Freedom of Expression

Journalists are guaranteed the right to freedom of expression under Article 33 of the Constitution of Kenya. This is so that they can carry out their work with confidence and without any intimidation.

Freedom of expression includes the freedom to;

  • Seek, receive or impart information or ideas;
  • Artistic creativity; and
  • Academic freedom and freedom of scientific research.

A journalist has the freedom to engage in any of the areas provided for as long as it does not extend to propaganda for war; incitement to violence; hate speech; or advocacy of hatred that constitutes ethnic incitement, vilification of others or incitement to cause harm; or is based on any ground of discrimination (Constitution Art. 33) .

Apart from the provisions of the said Article 33 , the Constitution provides under Article 2 (5) and (6) that, the general rules of international law shall form part of the law of Kenya and any treaty or convention ratified by Kenya shall form part of the law of Kenya under this Constitution. Kenya is therefore bound by the other provisions on freedom of expression found in ratified regional and international statutes. Such provisions include, Article 9 of the African Charter on Human and People’s Rights (ext. Link), Article 19 of the Universal Declaration on Human Rights (ext. Link) and Article 19 of the International Convention on Civil and Political Rights (ext. Link). Journalists can therefore also rely on this provisions to defend their work in Kenya.

The African Commission on Human and Peoples Rights (ext. Link) have developed principles on freedom of expression (ext. Link) to guide African states on implementation of the freedom of expression. Journalists should be aware of these principles to assist them to understand what is expected under their right to freedom of expression.

In a recent report (ext. Link) released by Reporters Without Borders (RSF), Kenya was seen as being a satisfactory situation on protection of media freedoms and ranked number 95 out of 180 countries in the world, with a score of 31.16. Such Ranking is based on issues as media diversity, media independence, the journalistic environment and self-censorship, the legal system, institutional transparency, media production infrastructure and also on acts of violence and infringements against journalists.

Freedom of Media

Photo: William Janak Oloo
Photo: William Janak Oloo

Kenyan media is guaranteed the freedom and independence of electronic, print and all other types of media under Article 34 of the Constitution.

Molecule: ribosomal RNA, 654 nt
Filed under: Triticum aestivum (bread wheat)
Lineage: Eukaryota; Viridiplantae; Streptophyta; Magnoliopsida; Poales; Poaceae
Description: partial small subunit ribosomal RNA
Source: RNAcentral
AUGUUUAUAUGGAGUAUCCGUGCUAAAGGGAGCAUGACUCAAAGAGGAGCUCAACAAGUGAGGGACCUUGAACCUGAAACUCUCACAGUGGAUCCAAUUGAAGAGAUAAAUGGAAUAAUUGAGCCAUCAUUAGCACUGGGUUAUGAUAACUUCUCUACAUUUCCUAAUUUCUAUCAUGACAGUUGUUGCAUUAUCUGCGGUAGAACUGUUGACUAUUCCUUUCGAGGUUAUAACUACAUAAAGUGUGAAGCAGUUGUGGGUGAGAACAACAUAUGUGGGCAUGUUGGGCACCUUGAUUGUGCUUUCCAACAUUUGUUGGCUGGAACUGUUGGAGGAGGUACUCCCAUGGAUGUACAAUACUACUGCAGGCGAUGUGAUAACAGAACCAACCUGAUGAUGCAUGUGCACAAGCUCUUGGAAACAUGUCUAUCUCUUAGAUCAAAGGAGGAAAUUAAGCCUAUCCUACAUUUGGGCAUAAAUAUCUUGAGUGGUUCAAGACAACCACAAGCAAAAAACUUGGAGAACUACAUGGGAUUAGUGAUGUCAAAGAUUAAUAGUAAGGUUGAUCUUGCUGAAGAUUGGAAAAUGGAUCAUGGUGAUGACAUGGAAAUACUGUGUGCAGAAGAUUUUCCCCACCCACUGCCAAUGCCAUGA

Media can freely operate as long they do not engage in propaganda for war; incitement to violence; hate speech; or advocacy of hatred that constitutes ethnic incitement, vilification of others or incitement to cause harm; or is based on any ground of discrimination specified under Article 27 (4) of the Constitution which include, race, sex, pregnancy, marital status, health status, ethnic or social origin, colour, age, disability, religion, conscience, belief, culture, dress, language or birth.

In order to guarantee media its freedom, the Constitution mandates the state NOT to;

  • Exercise control over or interfere with any person engaged in broadcasting, the production or circulation of any publication or the dissemination of information by any medium; or
  • Penalize any person for any opinion or view or the content of any broadcast, publication or dissemination.

Additionally, the media is guaranteed the freedom to establish broadcasting and other electronic media. However, this is subject only to licensing procedures that are necessary to regulate the airwaves and other forms of signal distribution; and are independent of control by government, political interests or commercial interests.

Further, all State-owned media is required to be free to determine independently the editorial content of their broadcasts or other communications; be impartial, and afford fair opportunity for the presentation of divergent views and dissenting opinions.

Kenya has two key laws that are in place to realize media freedom, the Kenya Information and Communications Act (ext. Link), 1998 and the Media Council Act (ext. Link), 2013 to regulate media and journalists conduct as per their code of conduct. The laws establish two bodies, the Communication Authority and the Media Council respectively. The said two bodies are required to be independent of control by government, political interests or commercial interests. They reflect the interests of all sections of the society, set media standards, and regulate and monitor compliance with those standards.